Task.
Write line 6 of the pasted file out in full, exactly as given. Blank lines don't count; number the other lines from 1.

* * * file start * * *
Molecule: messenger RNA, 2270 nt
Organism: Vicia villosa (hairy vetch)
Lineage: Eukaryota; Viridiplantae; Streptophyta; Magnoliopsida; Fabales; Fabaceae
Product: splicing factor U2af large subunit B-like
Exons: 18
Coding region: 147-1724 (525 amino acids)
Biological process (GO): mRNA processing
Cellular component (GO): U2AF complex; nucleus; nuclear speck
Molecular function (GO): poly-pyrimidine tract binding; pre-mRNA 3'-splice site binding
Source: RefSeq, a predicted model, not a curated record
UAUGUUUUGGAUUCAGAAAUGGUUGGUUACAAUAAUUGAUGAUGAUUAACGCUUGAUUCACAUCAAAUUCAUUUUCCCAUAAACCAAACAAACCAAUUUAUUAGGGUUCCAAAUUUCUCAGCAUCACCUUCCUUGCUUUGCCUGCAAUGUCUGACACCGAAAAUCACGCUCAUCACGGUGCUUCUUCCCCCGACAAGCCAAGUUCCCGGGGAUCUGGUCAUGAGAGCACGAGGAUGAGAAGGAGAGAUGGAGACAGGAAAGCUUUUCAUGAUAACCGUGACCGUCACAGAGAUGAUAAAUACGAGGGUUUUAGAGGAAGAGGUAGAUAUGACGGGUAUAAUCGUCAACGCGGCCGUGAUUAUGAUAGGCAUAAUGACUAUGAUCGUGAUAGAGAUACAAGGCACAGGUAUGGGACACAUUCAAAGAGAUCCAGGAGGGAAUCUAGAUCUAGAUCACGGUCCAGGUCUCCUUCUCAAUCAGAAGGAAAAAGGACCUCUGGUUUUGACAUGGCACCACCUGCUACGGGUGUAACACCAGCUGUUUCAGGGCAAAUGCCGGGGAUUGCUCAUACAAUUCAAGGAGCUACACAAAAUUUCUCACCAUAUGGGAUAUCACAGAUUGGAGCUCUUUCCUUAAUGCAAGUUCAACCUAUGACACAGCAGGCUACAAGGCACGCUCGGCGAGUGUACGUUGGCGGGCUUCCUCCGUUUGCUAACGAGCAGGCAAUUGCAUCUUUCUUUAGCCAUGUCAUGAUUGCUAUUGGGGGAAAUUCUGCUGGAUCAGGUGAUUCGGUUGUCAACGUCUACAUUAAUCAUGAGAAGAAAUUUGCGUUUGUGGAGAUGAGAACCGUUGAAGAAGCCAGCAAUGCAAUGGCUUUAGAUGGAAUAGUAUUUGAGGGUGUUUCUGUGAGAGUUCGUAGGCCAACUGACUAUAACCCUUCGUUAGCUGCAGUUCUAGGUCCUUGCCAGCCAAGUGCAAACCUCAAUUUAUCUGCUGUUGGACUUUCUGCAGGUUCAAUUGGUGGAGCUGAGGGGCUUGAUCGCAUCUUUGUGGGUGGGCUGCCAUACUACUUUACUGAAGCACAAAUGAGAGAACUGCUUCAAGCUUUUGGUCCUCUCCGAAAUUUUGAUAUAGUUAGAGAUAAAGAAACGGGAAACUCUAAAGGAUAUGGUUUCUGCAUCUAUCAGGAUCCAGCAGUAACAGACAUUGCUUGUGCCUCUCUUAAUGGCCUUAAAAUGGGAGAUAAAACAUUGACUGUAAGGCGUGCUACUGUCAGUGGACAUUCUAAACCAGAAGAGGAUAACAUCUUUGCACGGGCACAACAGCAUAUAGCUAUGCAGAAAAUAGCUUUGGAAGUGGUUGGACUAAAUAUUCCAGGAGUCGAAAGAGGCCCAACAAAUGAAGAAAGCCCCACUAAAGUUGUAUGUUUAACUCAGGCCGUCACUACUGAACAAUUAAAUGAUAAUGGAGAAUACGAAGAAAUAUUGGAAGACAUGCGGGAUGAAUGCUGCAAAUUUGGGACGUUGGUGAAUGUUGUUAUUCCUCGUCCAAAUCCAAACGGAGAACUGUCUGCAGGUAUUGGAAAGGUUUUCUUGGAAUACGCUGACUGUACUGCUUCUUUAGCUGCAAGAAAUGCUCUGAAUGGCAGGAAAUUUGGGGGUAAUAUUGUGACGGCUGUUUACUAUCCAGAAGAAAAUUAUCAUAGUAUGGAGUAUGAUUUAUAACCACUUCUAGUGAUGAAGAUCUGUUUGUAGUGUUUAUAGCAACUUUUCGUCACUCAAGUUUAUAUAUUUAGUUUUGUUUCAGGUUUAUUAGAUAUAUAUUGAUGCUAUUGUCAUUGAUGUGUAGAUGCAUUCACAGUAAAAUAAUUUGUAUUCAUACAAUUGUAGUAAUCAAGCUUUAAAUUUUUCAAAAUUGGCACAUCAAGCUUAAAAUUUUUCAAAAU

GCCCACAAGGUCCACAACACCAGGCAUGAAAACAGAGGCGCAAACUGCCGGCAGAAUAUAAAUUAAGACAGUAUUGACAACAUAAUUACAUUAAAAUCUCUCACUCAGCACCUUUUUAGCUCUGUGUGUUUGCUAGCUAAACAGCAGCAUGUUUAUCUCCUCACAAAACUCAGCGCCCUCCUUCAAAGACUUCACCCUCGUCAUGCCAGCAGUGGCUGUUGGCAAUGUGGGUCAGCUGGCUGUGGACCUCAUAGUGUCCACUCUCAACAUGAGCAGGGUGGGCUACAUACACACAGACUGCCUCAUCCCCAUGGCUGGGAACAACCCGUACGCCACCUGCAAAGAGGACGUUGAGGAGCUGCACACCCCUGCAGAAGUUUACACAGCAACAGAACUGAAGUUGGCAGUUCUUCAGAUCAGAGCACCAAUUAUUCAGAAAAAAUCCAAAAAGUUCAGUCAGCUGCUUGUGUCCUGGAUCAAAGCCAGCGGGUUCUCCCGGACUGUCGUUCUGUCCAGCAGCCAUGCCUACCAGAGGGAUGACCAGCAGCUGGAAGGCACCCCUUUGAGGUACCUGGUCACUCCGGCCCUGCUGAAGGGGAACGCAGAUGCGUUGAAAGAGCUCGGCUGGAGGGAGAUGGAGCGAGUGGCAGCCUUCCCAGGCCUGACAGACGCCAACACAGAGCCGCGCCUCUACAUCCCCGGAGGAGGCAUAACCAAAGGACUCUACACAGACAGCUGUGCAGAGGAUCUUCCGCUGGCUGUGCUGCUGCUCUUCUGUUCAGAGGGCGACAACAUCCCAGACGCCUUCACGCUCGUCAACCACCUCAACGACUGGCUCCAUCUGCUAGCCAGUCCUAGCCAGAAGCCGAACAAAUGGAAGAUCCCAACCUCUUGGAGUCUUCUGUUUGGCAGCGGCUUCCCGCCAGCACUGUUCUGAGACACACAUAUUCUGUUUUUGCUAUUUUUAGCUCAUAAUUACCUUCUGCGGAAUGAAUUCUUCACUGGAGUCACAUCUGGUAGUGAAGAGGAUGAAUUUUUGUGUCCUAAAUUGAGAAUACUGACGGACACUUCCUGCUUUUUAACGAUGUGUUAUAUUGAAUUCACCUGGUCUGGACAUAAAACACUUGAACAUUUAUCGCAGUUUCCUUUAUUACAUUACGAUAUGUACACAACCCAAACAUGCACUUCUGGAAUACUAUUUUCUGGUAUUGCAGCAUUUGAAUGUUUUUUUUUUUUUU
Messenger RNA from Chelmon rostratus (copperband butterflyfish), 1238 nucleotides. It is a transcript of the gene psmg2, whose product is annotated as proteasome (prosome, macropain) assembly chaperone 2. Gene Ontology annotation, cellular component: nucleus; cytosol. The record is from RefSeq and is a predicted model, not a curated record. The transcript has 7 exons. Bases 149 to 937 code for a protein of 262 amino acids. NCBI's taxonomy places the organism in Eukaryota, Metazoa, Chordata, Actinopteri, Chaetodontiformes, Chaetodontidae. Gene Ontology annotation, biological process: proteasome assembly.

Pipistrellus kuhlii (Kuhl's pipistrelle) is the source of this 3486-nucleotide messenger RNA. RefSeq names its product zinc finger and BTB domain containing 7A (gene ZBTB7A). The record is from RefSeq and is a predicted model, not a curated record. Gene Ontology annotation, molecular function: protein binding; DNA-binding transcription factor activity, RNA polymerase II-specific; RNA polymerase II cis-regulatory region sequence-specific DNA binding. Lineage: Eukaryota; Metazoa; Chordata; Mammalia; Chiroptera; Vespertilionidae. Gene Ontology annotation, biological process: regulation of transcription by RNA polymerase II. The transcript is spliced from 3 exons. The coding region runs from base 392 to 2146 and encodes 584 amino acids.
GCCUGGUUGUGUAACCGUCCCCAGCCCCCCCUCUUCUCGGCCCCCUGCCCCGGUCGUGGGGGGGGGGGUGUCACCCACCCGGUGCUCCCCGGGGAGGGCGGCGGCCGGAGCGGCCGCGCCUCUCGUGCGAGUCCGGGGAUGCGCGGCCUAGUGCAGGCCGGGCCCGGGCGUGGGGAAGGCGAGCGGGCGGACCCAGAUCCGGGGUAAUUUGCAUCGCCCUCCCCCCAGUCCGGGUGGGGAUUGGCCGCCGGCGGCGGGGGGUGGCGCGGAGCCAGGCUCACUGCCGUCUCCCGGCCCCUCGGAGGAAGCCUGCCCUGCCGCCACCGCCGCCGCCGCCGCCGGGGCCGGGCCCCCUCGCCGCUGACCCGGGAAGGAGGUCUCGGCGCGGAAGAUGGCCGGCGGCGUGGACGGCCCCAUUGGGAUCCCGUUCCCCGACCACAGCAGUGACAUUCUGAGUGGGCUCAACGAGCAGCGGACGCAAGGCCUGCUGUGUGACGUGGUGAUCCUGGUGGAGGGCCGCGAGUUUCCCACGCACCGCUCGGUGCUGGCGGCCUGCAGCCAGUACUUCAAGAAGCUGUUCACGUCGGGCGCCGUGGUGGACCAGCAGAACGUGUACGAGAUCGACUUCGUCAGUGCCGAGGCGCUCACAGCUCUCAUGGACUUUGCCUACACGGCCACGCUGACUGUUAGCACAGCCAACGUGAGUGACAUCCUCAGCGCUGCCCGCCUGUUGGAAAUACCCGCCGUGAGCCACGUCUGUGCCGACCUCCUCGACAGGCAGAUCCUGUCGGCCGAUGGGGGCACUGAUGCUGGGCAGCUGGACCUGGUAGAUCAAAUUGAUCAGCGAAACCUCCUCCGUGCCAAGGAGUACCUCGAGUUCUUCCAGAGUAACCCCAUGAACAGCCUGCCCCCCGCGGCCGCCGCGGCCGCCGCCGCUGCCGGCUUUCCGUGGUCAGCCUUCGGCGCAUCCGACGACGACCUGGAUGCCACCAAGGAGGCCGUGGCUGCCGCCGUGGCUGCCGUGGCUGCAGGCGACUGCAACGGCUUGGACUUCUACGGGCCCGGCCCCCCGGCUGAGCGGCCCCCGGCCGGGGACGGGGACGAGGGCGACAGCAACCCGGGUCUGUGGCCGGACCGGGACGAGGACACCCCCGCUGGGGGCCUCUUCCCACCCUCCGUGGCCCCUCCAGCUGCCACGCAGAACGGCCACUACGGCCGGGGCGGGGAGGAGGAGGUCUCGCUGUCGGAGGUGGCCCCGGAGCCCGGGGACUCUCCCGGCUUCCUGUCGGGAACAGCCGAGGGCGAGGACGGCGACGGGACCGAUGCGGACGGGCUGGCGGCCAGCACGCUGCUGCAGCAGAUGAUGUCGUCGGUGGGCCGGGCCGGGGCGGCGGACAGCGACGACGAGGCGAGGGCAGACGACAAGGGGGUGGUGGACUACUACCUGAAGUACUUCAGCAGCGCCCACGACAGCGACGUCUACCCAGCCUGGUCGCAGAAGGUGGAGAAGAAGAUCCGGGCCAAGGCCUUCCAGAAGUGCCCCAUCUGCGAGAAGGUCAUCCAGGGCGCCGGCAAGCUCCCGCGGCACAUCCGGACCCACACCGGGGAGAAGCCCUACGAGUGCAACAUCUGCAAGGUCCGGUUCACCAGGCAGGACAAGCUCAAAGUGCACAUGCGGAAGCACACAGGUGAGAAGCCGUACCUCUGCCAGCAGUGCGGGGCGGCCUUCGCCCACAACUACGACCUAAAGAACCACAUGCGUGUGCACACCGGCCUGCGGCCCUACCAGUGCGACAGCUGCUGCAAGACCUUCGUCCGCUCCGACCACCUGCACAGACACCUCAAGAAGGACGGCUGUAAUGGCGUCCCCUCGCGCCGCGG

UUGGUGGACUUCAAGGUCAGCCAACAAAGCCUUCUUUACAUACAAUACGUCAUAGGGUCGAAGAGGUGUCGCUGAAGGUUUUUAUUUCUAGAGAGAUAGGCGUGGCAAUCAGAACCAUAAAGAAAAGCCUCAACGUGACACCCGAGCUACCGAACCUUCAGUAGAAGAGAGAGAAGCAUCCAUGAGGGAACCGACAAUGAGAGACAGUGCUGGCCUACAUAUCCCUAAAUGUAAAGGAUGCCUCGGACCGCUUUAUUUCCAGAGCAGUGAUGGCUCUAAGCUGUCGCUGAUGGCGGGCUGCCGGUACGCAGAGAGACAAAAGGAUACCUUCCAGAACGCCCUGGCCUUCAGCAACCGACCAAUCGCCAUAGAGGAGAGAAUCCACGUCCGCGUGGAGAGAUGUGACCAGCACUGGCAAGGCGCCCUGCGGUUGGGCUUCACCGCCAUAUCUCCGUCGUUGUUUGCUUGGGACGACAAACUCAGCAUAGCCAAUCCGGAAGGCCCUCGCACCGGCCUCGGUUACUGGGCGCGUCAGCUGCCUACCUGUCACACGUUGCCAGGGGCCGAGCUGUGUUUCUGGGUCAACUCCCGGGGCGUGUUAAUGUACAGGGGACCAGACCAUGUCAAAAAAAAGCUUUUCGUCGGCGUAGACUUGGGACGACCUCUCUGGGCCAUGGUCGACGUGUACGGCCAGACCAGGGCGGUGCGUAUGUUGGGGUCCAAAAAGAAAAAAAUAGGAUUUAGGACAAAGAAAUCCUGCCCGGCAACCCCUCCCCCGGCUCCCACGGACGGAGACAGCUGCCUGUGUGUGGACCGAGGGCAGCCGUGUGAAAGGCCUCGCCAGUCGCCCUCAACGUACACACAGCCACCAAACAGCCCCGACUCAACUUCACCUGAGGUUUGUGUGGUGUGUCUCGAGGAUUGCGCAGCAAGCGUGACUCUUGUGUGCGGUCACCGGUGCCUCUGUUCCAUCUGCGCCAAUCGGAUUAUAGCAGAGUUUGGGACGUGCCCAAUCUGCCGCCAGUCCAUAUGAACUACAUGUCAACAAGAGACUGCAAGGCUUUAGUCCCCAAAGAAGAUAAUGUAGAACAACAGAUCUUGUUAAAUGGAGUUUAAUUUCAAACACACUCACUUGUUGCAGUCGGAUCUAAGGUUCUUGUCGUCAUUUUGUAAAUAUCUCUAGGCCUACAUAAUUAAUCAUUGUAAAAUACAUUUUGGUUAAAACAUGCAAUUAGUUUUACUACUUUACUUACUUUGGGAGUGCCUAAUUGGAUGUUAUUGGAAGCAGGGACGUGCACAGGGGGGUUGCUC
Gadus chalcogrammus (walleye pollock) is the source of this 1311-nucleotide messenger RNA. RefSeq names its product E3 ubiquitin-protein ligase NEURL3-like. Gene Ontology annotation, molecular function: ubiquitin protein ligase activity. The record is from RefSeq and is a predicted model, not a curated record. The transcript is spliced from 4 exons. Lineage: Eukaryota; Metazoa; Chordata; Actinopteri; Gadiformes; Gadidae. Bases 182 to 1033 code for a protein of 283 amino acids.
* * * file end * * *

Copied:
Coding region: 147-1724 (525 amino acids)